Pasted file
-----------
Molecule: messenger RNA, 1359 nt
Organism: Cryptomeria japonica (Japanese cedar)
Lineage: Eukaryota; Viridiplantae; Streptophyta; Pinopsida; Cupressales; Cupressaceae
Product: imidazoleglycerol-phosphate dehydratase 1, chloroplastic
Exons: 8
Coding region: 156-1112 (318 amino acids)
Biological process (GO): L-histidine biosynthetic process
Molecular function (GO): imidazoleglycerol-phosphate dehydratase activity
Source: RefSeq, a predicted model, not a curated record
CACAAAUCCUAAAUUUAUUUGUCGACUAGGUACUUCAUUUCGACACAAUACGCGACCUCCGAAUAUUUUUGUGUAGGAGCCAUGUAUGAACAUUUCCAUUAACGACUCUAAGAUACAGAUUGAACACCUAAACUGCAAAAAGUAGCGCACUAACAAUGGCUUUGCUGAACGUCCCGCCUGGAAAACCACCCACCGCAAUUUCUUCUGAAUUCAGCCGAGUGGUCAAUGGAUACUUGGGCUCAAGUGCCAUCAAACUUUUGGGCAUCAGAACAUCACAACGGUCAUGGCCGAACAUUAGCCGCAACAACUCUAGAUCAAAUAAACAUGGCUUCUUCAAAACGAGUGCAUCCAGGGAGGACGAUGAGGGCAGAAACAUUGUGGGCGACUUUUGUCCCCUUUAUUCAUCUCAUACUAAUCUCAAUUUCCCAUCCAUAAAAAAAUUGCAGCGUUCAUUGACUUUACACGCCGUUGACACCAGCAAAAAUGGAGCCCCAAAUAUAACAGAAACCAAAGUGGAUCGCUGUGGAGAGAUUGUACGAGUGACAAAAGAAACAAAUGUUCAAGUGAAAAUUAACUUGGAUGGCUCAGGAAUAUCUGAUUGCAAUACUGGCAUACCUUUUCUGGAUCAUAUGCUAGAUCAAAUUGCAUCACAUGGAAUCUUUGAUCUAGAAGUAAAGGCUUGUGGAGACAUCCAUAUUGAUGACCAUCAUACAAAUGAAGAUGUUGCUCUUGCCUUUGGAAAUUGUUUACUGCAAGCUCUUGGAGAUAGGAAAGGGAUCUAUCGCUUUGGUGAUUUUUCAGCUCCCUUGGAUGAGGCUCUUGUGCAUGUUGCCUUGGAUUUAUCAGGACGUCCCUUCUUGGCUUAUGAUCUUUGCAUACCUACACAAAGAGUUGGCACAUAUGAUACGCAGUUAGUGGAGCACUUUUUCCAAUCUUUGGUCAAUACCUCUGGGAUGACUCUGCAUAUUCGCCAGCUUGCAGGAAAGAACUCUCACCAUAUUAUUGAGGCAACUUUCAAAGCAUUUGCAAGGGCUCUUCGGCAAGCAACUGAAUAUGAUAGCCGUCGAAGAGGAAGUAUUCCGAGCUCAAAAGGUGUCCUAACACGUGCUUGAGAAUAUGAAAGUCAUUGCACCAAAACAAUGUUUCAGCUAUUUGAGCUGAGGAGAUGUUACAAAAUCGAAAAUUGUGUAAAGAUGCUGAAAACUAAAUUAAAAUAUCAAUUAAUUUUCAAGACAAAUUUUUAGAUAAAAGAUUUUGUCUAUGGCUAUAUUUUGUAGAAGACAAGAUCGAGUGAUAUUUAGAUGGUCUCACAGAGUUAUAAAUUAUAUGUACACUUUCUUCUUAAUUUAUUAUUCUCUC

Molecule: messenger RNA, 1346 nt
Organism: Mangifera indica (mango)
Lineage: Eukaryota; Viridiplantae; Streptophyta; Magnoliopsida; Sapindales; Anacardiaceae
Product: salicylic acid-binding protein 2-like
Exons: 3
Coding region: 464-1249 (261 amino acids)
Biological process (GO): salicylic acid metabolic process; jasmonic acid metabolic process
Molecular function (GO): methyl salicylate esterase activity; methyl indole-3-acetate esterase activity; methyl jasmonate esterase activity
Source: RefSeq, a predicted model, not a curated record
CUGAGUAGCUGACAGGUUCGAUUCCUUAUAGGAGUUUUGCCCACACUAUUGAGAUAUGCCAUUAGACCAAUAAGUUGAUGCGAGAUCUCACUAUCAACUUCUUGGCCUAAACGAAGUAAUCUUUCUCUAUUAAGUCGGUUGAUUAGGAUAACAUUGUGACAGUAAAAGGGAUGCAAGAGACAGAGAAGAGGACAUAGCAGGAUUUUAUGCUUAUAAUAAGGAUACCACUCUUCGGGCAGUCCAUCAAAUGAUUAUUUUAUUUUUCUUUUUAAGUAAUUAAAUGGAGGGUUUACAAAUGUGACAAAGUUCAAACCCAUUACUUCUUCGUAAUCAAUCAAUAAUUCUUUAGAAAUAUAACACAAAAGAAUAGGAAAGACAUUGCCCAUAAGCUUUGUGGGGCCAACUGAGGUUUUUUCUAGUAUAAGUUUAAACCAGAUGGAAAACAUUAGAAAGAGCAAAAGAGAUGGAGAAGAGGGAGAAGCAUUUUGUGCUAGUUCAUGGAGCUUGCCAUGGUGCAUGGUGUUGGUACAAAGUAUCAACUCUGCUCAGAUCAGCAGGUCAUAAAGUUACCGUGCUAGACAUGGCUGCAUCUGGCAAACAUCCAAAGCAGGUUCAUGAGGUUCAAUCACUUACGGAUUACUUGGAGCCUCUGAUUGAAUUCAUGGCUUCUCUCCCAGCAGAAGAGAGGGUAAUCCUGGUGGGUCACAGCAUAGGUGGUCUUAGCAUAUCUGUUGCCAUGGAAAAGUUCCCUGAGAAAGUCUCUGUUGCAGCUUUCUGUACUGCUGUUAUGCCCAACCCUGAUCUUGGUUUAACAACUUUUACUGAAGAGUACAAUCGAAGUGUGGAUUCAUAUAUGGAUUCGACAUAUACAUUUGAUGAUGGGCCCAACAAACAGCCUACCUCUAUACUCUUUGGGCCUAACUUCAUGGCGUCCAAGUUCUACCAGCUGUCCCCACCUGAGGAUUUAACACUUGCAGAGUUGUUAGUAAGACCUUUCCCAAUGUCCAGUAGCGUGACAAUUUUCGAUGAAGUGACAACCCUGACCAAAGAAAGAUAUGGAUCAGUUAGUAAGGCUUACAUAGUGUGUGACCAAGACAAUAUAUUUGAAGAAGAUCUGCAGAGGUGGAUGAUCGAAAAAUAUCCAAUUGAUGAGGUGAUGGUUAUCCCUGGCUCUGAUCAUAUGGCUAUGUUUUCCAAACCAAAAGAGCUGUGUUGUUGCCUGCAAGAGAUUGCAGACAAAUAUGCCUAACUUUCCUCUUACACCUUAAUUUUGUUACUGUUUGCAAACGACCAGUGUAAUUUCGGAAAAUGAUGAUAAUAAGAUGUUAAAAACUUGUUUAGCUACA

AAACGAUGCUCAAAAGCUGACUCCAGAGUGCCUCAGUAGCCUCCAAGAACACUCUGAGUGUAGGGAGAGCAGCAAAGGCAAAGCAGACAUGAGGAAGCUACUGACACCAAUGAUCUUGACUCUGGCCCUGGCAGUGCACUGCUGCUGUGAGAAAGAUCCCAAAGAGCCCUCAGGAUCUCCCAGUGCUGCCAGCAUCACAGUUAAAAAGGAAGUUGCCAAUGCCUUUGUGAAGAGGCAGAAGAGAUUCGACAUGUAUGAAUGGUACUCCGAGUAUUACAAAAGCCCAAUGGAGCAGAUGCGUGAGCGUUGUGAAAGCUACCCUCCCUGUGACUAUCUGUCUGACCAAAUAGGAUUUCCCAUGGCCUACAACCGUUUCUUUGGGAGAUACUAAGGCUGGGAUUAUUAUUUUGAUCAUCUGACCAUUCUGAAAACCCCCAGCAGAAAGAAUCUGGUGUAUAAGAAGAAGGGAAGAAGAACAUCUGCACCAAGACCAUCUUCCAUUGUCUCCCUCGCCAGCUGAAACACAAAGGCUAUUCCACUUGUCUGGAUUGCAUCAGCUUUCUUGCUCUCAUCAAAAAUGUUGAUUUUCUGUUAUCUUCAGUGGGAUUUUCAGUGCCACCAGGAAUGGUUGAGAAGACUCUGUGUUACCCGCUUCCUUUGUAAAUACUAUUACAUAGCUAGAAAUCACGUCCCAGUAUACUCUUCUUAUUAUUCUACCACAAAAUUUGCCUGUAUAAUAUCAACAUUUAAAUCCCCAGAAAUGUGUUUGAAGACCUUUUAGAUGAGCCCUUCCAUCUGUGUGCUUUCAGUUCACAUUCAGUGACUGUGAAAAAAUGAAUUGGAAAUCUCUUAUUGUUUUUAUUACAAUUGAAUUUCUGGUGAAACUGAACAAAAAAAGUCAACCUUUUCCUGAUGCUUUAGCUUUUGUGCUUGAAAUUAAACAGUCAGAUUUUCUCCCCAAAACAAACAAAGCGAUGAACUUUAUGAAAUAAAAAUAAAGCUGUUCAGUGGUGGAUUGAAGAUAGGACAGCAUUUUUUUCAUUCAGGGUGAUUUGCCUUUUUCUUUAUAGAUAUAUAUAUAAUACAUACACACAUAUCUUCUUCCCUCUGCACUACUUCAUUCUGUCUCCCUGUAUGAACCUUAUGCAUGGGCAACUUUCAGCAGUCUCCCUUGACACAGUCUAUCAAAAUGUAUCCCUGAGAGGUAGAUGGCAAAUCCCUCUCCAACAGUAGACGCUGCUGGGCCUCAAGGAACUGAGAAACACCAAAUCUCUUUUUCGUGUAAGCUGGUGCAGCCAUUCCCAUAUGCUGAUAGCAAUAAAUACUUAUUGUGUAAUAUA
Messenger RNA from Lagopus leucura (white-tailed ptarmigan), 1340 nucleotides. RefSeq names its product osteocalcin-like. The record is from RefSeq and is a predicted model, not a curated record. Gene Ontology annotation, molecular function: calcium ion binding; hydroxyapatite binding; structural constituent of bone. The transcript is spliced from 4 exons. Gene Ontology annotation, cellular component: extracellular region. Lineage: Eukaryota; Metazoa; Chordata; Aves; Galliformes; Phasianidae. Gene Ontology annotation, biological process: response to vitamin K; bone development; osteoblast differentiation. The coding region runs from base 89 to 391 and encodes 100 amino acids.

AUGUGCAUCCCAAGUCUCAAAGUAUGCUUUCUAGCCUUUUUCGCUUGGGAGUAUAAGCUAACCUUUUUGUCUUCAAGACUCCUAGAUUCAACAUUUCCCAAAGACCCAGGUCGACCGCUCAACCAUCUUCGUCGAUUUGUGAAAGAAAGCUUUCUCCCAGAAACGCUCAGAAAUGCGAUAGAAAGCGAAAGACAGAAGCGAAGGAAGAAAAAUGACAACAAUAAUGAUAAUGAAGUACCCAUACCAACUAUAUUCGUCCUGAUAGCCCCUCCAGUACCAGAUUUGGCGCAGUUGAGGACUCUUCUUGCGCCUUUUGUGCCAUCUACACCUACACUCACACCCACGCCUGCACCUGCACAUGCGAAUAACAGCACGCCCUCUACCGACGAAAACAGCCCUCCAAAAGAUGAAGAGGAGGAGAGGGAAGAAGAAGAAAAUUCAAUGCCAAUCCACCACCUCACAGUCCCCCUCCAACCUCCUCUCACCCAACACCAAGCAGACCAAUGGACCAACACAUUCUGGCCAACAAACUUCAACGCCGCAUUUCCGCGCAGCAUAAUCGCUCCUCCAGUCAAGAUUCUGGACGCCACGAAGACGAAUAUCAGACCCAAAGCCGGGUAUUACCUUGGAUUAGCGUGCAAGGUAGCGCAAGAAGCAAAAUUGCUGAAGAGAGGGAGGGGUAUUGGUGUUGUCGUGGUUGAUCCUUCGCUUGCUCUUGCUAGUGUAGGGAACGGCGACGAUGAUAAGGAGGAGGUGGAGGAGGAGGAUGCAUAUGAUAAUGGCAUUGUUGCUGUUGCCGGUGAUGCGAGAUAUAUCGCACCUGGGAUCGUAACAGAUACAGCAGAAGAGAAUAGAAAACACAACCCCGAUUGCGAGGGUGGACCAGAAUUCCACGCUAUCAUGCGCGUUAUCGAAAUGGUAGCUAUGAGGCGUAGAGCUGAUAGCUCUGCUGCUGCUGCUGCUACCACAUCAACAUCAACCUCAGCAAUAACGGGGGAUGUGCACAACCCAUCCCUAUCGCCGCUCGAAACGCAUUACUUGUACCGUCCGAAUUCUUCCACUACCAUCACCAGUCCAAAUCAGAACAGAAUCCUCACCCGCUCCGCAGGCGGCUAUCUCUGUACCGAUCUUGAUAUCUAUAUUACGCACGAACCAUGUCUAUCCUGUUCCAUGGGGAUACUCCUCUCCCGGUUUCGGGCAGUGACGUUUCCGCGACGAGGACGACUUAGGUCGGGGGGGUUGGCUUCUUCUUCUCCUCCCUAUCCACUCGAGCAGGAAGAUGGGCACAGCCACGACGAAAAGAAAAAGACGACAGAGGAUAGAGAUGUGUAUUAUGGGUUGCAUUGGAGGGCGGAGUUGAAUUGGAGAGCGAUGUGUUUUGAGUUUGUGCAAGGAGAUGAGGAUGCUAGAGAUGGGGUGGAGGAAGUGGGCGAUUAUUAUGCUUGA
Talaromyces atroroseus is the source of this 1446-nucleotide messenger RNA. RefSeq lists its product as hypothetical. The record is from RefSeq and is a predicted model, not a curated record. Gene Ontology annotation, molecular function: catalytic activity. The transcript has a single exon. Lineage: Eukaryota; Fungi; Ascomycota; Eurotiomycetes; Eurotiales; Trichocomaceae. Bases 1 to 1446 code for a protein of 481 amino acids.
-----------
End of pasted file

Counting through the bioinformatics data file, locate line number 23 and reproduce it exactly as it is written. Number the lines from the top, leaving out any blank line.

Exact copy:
AUGUGCAUCCCAAGUCUCAAAGUAUGCUUUCUAGCCUUUUUCGCUUGGGAGUAUAAGCUAACCUUUUUGUCUUCAAGACUCCUAGAUUCAACAUUUCCCAAAGACCCAGGUCGACCGCUCAACCAUCUUCGUCGAUUUGUGAAAGAAAGCUUUCUCCCAGAAACGCUCAGAAAUGCGAUAGAAAGCGAAAGACAGAAGCGAAGGAAGAAAAAUGACAACAAUAAUGAUAAUGAAGUACCCAUACCAACUAUAUUCGUCCUGAUAGCCCCUCCAGUACCAGAUUUGGCGCAGUUGAGGACUCUUCUUGCGCCUUUUGUGCCAUCUACACCUACACUCACACCCACGCCUGCACCUGCACAUGCGAAUAACAGCACGCCCUCUACCGACGAAAACAGCCCUCCAAAAGAUGAAGAGGAGGAGAGGGAAGAAGAAGAAAAUUCAAUGCCAAUCCACCACCUCACAGUCCCCCUCCAACCUCCUCUCACCCAACACCAAGCAGACCAAUGGACCAACACAUUCUGGCCAACAAACUUCAACGCCGCAUUUCCGCGCAGCAUAAUCGCUCCUCCAGUCAAGAUUCUGGACGCCACGAAGACGAAUAUCAGACCCAAAGCCGGGUAUUACCUUGGAUUAGCGUGCAAGGUAGCGCAAGAAGCAAAAUUGCUGAAGAGAGGGAGGGGUAUUGGUGUUGUCGUGGUUGAUCCUUCGCUUGCUCUUGCUAGUGUAGGGAACGGCGACGAUGAUAAGGAGGAGGUGGAGGAGGAGGAUGCAUAUGAUAAUGGCAUUGUUGCUGUUGCCGGUGAUGCGAGAUAUAUCGCACCUGGGAUCGUAACAGAUACAGCAGAAGAGAAUAGAAAACACAACCCCGAUUGCGAGGGUGGACCAGAAUUCCACGCUAUCAUGCGCGUUAUCGAAAUGGUAGCUAUGAGGCGUAGAGCUGAUAGCUCUGCUGCUGCUGCUGCUACCACAUCAACAUCAACCUCAGCAAUAACGGGGGAUGUGCACAACCCAUCCCUAUCGCCGCUCGAAACGCAUUACUUGUACCGUCCGAAUUCUUCCACUACCAUCACCAGUCCAAAUCAGAACAGAAUCCUCACCCGCUCCGCAGGCGGCUAUCUCUGUACCGAUCUUGAUAUCUAUAUUACGCACGAACCAUGUCUAUCCUGUUCCAUGGGGAUACUCCUCUCCCGGUUUCGGGCAGUGACGUUUCCGCGACGAGGACGACUUAGGUCGGGGGGGUUGGCUUCUUCUUCUCCUCCCUAUCCACUCGAGCAGGAAGAUGGGCACAGCCACGACGAAAAGAAAAAGACGACAGAGGAUAGAGAUGUGUAUUAUGGGUUGCAUUGGAGGGCGGAGUUGAAUUGGAGAGCGAUGUGUUUUGAGUUUGUGCAAGGAGAUGAGGAUGCUAGAGAUGGGGUGGAGGAAGUGGGCGAUUAUUAUGCUUGA